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It’s a bit shocking to hear one of the major players in the White House’s effort to curb gun violence encouraging his own wife to arm herself, but that’s our Joe. And, honestly, among all of the arguments for banning assault weapons, Vice President Biden’s advice to his wife, Jill, may be the most persuasive.
Phil Gingrey sympathized with Todd Akin and Richard Mourdock. Read more inflammatory comments on rape.
In the weeks following the presidential election, a number of prominent conservatives, stunned by the scale of Mitt Romney’s loss, took to the cable-news circuit, offering heterodoxies and heresies designed to save a wounded party.
President Obama’s top reelection strategist conceded surprise Monday that Republican super PACS didn’t attack Obama far earlier, Mitt Romney didn’t invest much more in ground operations, and that the Republican nominee played narrowly to the party base in picking Rep.
So here is the Republican Party reinventing itself. The GOP majority in the Ohio legislature rushes to defund Planned Parenthood in its post-election session. The orange-tinted speaker of the House proposes to undo Obamacare through “oversight” in the name of “solving our debt and restoring prosperity.
Much has already been written about the influence of outside spending on this election cycle. One could make a compelling argument that in 2010 super PACs were undervalued, especially by Democrats. Conversely, one could argue that in 2012 the impact of these groups was overestimated, this time to the detriment of Republicans.
Remember 2008? The race when Tucker Carlson said he involuntarily crossed his legs whenever he caught sight of Hillary Clinton on television. When hecklers screamed “iron my shirt!” at her during a campaign stop. When her clothes and hairstyles were chronicled obsessively in the media.
To paraphrase the traditional Passover formulation honored in Jewish homes: why was this election different from all other elections? What makes 2012 stand out in recent political history, either as a temporary anomaly or a significant, long-term shift in the electorate?The most striking change in the results this year involved a precipitous and alarming decline in voter participation, a drop-off that stemmed from a deliberate strategy by the Obama campaign and almost certainly provided the president with his margin of victory.
I had the idea for FiveThirtyEight (which refers to the number of votes in the Electoral College) while waiting out a delayed flight at Louis Armstrong New Orleans International Airport in February 2008. For some reason—possibly the Cajun martinis had stirred something up—it suddenly seemed obvious that someone needed to build a website that predicted how well Hillary Clinton and Barack Obama, then still in heated contention for the Democratic nomination, would fare against John McCain.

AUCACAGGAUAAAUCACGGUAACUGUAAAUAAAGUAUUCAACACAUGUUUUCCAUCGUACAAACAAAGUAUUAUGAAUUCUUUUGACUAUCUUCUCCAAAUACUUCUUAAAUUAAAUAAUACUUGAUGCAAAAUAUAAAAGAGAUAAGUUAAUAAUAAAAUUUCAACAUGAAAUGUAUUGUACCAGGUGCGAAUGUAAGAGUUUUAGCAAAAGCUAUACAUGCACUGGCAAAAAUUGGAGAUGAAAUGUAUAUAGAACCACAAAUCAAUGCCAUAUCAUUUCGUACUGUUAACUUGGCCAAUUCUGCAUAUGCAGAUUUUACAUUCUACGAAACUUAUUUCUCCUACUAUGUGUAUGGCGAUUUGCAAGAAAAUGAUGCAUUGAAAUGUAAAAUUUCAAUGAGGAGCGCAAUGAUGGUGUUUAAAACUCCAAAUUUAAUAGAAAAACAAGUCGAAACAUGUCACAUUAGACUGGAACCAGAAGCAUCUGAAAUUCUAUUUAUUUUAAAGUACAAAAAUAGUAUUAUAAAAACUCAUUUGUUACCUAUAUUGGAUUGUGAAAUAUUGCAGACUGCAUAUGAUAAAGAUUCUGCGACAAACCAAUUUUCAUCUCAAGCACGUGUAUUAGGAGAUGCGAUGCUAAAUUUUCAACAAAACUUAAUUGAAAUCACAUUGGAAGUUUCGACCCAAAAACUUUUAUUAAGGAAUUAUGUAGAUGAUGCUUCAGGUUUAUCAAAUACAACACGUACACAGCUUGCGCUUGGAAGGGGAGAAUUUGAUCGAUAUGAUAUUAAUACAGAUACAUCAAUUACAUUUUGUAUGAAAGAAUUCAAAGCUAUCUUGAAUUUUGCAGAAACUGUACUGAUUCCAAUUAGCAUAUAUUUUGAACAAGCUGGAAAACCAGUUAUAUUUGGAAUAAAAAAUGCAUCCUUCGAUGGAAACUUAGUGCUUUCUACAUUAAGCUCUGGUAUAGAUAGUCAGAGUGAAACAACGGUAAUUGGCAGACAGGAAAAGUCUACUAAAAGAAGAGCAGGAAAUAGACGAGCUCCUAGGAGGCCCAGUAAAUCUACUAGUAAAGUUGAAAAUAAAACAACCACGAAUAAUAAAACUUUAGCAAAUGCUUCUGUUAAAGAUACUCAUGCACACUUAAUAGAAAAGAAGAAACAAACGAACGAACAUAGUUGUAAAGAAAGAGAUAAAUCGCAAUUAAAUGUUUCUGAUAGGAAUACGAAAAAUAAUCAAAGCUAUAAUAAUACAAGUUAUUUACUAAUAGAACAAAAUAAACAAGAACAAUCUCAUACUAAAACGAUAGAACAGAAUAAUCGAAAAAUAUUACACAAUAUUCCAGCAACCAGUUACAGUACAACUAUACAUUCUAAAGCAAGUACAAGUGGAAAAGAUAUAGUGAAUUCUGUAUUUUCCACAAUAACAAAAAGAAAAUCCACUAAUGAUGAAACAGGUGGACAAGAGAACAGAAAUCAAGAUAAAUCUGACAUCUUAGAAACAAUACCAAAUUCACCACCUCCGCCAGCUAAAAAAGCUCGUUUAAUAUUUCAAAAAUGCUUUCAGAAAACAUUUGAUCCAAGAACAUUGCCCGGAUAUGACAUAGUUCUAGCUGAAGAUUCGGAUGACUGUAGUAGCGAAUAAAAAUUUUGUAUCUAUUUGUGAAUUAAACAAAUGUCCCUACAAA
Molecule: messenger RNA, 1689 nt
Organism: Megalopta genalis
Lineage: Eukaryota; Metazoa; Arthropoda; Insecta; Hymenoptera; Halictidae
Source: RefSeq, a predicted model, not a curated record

When Republican fundraisers solicited the party’s big donors on behalf of Mitt Romney this year, the centerpiece of the pitch was a state-of-the-art campaign to identify the party’s likely voters and make sure they came to the polls on Election Day.
Geographers have put together an unsettling interactive map of the racist states of America, tracking a slew of bigoted speech on Twitter following President Obama’s reelection. Hate speech and tweets calling the president a monkey came primarily from the Southeast, according to the map, and were heavily concentrated in Mississippi and Alabama.
Speculating on a team for President Obama’s second term is like working a jigsaw puzzle. Move Chief of Staff Jacob Lew to Treasury, which is widely anticipated, and you have to find the right person to fill Lew’s demanding job.
Over the next few weeks, Republicans will begin the painful self-examination that follows electoral defeat. That process is likely to reveal new schisms in the party on domestic issues like immigration and possibly even gay marriage.
When MSNBC announced a new show hosted by the Rev. Al Sharpton more than a year ago, many weren’t sure what to expect from the controversial civil rights leader. The cable network was promptly criticized for not assigning the high-profile job to a seasoned African-American journalist, and others worried that Sharpton’s no-nonsense tone and strong racial views would be much too radical for mainstream news.
Liz and Dick. Romeo and Juliet. Celebrities and Obama.The love affair between the rich and famous and he of hope and change is as storied as any of the most famous romances. But while it’s en vogue for Hollywood to support and raise money for President Obama, only a brave few have set their endorsement to song.
Feds: DC Mayor Wanted Illegal Cash
From "Uncle Earl."More
Port Authority Chief Subpoenaed
Over business dealings.More
Rep. Grayson Won't Face Charges
His wife was the one who pushed him.More
BlackBerry to Obama: Stay Loyal
The CEO met with the White House.More
SLOW AND STEADY
U.S. Adds 175,000 Jobs in February
But unemployment rate goes up to 6.7 percent.More
On 'The Daily Show's first post-election episode, Jon Stewart questioned the Sunshine State's relevance. Sorry, Florida, we elected a president without you.
The Daily Beast’s map of the Electoral College results—updated live as they come in.
From Obama’s win to Akin’s defeat, Sullivan’s celebration to Rove’s meltdown, watch the most memorable moments.
Losing sucks—and healing is hard. Paul Begala offers advice to hurting Republicans.
Three of the most dramatic races ended in wins for Dems Elizabeth Warren and Maggie Hassan, and a loss for the GOP’s Linda McMahon.
It’s finally over! Mark McKinnon looks back on two years of big moments that changed the 2012 race.
Obama’s reelection is a victory for intelligence, reason—and, yes, hope.
As the candidates face off in the election, the books they’ve read recently and their professed favorites also go head to head. Who wins?